Since "The Eye" is a Hong Kong horror film, one expects it to be very stylish and fairly irrational -- and it delivers on both counts. Yet a certain triumph of the irrational is essential to the genre.
Picking up the "He tampered in God's domain" aspect of the horror/sci-fi genre, the movie centers on a cornea-transplant operation that's meant to restore the sight of a young, blind violinist named Min (Lee Sin-Je). At first, the operation appears successful. But soon Min, who's still in the hospital, seems to be seeing a strange personage leading certain patients away in the dead of night.
To coin a phrase, she sees dead people. Eventually, as a kind of evil bonus, she also seems to be able to foresee disastrous events. These questionable windfalls come even as Min is trying to adjust to her new ability to see -- a disorienting enough experience without the ghostly apparitions. Her sister, meanwhile, is too self-absorbed to really notice Min's distress; there's more potential in the violinist's growing attachment to a young shrink, who will eventually help her solve the mystery of her visions.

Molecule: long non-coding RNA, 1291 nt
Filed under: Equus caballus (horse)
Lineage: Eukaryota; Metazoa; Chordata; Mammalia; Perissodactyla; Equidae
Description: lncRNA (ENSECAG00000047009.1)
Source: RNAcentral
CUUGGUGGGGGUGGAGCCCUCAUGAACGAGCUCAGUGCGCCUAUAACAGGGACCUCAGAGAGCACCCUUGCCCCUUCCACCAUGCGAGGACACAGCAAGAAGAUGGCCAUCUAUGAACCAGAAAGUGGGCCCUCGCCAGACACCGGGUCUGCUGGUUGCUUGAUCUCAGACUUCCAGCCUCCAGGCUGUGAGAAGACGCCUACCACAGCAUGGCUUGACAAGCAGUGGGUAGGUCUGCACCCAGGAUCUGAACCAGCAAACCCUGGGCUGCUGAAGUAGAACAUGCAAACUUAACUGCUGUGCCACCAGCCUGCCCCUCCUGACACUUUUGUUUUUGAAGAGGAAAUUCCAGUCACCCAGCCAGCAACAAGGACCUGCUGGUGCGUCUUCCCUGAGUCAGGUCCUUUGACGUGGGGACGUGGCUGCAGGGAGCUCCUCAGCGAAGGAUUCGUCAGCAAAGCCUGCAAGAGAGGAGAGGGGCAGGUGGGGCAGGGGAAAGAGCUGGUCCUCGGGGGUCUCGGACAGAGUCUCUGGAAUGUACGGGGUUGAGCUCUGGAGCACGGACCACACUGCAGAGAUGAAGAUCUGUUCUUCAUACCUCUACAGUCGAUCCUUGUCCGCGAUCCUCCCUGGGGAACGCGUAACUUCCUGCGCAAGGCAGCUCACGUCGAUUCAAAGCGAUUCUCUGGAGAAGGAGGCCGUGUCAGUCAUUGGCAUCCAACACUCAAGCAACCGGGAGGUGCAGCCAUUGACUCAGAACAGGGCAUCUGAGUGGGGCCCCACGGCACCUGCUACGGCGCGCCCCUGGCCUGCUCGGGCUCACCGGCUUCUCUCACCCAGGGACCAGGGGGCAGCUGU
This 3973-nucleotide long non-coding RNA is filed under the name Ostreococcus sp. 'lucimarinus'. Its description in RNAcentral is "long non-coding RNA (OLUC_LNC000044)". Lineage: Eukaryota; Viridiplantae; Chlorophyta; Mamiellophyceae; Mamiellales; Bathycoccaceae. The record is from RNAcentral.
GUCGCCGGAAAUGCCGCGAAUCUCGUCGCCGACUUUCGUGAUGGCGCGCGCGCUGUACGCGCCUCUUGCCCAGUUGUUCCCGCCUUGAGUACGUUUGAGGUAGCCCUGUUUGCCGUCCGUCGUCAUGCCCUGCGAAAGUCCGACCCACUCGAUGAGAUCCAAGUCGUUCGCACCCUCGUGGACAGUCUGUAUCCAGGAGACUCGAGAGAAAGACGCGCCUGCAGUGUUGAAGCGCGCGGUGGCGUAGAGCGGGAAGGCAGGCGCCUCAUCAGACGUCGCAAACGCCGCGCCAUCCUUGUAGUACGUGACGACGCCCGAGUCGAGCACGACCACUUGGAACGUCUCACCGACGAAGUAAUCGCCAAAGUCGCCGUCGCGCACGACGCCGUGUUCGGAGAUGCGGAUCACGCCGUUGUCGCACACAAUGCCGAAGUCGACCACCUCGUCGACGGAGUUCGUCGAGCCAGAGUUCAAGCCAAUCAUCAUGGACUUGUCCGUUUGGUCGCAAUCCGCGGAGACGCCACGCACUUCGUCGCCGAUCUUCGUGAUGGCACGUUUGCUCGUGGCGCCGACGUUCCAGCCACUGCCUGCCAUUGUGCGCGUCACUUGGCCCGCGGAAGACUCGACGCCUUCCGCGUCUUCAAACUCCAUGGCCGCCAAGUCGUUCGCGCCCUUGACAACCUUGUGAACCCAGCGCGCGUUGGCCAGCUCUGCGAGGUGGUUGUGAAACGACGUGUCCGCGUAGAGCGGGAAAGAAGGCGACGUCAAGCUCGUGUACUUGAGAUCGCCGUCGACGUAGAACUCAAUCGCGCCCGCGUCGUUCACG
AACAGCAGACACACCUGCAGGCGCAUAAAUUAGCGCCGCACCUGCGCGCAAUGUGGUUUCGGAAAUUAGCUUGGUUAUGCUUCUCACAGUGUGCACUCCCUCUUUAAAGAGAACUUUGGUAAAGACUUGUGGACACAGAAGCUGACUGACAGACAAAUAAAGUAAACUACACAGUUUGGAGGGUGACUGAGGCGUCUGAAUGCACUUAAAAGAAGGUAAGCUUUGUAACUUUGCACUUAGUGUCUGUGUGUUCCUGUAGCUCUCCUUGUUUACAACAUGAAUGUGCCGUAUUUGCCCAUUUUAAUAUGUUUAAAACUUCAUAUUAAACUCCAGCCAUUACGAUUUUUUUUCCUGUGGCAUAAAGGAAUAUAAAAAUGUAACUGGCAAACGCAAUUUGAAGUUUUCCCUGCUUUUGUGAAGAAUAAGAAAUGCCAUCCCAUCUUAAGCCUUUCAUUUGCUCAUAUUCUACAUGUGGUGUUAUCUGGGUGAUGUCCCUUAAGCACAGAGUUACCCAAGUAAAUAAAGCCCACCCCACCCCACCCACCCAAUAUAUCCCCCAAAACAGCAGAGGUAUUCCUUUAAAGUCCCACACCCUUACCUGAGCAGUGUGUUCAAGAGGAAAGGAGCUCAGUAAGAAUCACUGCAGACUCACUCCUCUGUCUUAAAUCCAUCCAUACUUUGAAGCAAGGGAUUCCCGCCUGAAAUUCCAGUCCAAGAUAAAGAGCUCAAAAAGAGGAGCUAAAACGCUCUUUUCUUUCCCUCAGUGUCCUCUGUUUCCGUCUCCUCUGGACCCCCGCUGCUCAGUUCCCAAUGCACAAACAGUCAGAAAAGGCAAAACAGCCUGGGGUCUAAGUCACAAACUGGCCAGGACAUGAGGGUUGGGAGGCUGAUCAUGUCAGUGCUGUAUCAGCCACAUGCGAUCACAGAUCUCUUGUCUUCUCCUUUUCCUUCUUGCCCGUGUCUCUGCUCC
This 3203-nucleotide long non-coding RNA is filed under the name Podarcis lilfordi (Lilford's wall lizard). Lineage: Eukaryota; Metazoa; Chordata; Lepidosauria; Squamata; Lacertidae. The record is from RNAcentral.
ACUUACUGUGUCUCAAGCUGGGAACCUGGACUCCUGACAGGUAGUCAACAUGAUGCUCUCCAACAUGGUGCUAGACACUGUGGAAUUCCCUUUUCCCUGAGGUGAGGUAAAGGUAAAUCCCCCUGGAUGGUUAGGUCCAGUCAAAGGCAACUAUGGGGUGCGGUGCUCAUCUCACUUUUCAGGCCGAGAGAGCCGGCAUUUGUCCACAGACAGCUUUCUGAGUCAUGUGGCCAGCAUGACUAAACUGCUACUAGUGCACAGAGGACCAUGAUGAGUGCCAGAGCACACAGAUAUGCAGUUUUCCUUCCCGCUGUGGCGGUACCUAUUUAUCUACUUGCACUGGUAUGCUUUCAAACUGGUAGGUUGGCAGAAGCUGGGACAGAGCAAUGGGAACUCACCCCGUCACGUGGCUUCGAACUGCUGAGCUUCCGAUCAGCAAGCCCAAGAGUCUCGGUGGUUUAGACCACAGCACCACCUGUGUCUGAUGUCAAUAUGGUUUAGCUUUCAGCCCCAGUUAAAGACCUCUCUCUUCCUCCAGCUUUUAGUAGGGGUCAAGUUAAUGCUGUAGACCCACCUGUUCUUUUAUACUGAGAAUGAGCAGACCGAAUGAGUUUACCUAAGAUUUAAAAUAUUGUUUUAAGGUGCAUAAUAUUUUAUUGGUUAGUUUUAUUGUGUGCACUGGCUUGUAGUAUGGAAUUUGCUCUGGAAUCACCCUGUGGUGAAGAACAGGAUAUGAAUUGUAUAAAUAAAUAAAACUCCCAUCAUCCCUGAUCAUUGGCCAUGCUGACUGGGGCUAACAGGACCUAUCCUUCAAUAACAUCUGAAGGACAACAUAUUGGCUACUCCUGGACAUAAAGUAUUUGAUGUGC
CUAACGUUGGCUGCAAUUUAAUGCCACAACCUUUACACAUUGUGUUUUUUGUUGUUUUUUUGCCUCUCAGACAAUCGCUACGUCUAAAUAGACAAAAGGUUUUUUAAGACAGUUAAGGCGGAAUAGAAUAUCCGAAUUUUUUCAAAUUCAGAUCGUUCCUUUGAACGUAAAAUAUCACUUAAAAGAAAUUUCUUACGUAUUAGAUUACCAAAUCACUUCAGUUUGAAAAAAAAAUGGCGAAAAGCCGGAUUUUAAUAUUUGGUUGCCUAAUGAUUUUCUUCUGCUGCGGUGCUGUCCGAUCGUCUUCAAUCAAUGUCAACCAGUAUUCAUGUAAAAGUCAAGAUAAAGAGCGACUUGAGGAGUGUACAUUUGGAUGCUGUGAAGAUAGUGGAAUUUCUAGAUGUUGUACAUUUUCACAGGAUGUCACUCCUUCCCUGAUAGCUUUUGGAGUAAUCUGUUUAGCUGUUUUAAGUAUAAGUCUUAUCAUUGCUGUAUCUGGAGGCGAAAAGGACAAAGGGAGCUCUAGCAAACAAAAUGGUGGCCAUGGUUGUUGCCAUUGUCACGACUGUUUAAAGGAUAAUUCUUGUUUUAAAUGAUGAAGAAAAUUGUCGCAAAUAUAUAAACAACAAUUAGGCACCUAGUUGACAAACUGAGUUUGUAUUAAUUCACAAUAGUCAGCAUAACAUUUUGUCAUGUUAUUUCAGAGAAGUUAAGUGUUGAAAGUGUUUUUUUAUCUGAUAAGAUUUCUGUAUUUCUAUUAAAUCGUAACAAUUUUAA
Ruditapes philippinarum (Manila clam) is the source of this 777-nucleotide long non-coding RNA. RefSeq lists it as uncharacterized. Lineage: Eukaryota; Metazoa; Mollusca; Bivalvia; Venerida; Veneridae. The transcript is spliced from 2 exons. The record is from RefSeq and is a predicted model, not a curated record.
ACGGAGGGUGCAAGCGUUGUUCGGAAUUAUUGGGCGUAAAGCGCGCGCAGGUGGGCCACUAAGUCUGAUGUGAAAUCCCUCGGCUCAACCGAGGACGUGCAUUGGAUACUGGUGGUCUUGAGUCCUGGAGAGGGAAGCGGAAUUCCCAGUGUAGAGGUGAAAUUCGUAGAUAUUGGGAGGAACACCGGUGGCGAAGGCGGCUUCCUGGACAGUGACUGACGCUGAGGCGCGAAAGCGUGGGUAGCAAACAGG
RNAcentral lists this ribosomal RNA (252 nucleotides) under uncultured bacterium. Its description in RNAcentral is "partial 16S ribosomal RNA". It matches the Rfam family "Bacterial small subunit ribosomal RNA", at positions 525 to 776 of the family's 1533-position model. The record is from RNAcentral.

In one of the movie's cleverest conceits, we experience Min's visions as she herself sees them: indistinctly and out of focus. That blurriness is a good substitute for the subjective camera that's often used to hide the source of evil in films of this nature. Oxide Pang Chun and Danny Pang, the twin brothers who directed "The Eye," have found a masking device that grows organically from their story, and they use it well.
Along with the smudgy visuals, the first part of the movie goes heavy on the shock cuts and sudden loud noises -- effective interruptions in a narrative that leans toward the quiet and introspective. The conclusion of the movie, which ups the mumbo-jumbo ante in a manner oddly reminiscent of "The Mothman Prophecies," doesn't really live up to its early promise. But then, supernatural solutions are rarely as satisfying as supernatural mysteries, are they?
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